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Sentara raises funds for new helicopter

The nearly 25-year-old Sentara Nightingale Regional Air Ambulance isn't exactly the picture of health that it projects.

The helicopter, which flies patients from trauma scenes and transports them speedily between hospitals, is showing its age. Those who operate it are afraid the maintenance it requires will take it out of service when it's needed.

"An older aircraft is more likely to be broken down when you least need it to be," said Chris Cannon, program manager.

But it will cost $7.2 million to buy a new helicopter for a program that operates on a roughly $650,000 annual deficit.

Sentara Healthcare's board asked the health system's foundation to help raise part of the cost for buying and outfitting a new medical helicopter. So far, the foundation has raised about $2.2 million of the $3.5 million it agreed to.

"We lose a significant amount of money on these programs," Meril Amdursky, executive director of the Sentara Healthcare Foundation, said of the helicopter and level 1 trauma center at Sentara Norfolk General Hospital.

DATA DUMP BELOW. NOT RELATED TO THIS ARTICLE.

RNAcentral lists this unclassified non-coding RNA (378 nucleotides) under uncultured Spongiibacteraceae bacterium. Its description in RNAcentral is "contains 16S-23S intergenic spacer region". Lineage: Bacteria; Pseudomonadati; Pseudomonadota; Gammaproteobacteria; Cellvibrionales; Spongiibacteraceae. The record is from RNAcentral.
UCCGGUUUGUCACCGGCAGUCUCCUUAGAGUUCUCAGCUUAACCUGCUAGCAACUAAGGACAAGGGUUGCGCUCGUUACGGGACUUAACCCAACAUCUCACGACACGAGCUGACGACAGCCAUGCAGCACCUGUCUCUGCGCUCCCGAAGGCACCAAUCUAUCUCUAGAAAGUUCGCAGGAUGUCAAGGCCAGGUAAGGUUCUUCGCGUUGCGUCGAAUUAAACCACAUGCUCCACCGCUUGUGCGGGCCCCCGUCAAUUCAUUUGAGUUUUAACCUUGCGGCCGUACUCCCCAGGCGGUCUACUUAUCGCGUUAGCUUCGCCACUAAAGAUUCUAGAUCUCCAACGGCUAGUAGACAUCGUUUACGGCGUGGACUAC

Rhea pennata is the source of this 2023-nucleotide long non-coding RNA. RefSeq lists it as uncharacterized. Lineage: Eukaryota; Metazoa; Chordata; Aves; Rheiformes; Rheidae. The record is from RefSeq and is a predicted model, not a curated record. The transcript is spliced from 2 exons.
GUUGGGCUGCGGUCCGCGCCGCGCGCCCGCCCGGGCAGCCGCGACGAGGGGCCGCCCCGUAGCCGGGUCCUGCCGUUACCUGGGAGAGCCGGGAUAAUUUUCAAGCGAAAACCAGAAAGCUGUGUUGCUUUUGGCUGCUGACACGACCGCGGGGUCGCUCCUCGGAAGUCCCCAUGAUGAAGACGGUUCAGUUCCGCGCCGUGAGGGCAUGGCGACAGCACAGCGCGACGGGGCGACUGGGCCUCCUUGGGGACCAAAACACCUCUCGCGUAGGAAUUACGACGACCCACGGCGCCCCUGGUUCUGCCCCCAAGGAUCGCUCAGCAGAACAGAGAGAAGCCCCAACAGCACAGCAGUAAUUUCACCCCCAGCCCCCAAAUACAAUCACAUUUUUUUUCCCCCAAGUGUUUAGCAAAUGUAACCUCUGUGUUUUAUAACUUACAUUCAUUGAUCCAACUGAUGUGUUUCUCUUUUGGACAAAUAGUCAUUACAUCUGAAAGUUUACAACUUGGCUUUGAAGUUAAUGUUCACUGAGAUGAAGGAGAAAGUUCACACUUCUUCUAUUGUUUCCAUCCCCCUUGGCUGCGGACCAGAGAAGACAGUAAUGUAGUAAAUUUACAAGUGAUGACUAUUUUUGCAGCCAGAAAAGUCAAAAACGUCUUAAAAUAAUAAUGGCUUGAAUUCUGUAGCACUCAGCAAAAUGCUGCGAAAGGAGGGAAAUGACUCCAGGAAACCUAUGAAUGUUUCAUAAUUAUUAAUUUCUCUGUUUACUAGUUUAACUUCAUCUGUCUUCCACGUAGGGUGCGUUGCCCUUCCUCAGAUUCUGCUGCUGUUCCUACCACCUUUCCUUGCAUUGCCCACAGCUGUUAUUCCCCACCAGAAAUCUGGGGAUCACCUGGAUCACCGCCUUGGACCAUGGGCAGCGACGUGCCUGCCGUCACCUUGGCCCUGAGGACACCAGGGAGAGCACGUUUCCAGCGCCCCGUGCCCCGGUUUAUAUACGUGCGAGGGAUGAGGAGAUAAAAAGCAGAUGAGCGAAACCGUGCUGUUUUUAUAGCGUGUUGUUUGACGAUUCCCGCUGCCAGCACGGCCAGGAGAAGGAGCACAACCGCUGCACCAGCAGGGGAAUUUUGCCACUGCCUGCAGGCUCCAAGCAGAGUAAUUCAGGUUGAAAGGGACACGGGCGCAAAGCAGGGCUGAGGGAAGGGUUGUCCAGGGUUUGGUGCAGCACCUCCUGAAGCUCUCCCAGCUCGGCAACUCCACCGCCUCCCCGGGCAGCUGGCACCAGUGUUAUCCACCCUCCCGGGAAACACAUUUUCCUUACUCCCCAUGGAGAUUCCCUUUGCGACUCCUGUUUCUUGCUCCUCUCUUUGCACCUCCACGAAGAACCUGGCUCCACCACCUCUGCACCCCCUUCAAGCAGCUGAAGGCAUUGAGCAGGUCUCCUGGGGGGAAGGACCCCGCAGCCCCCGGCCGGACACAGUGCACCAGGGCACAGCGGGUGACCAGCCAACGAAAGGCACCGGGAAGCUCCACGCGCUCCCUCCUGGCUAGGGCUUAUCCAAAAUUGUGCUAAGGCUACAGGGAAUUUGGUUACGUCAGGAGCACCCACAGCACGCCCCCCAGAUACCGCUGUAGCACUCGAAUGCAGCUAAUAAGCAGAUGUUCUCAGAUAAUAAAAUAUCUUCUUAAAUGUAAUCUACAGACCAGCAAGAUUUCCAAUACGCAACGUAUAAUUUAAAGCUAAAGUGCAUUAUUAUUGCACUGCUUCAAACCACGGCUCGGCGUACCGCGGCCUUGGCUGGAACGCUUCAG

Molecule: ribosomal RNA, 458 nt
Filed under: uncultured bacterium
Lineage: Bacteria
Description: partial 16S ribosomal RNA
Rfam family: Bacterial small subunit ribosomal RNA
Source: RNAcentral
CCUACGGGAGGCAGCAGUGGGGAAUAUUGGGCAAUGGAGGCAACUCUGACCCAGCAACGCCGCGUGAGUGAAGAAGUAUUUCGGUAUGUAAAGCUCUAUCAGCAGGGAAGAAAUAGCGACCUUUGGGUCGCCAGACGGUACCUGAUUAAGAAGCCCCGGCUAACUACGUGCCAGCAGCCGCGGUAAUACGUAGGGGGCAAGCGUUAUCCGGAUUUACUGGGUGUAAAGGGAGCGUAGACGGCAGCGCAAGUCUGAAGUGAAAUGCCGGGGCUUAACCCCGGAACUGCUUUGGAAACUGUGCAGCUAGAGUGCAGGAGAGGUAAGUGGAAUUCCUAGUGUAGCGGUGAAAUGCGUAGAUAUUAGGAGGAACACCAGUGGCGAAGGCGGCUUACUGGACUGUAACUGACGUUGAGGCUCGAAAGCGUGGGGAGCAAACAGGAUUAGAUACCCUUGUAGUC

But it's part of Sentara's not-for-profit mission, a service to the community, she said.

"We're inviting the community, who are the beneficiaries, to participate," she said of fundraising.

The helicopter makes 600 to 650 flights a year. About 10 percent to 13 percent of the chopper's flights are on the Peninsula, providing backup coverage for Riverside Health System's West Point-based helicopter and another service in Richmond, Cannon said.

The average flight costs $4,400, which is reimbursed by an average of $3,500.

The helicopter responds to trauma scenes, such as bad car accidents; transports people in rural areas who are suffering from strokes or heart attacks; and carries burn victims to Sentara Norfolk General's burn center. It also ferries critical patients between hospitals so they can receive specialized care.

The helicopter houses a veintilator, a balloon pump for some cardiac patients and medications that standard field medics don't have access to. It flies with a nurse and a critical care paramedic, Cannon said.

"It's a flying ICU, from an equipment and personnel standpoint," Cannon said. "It's more equipped than an ambulance."

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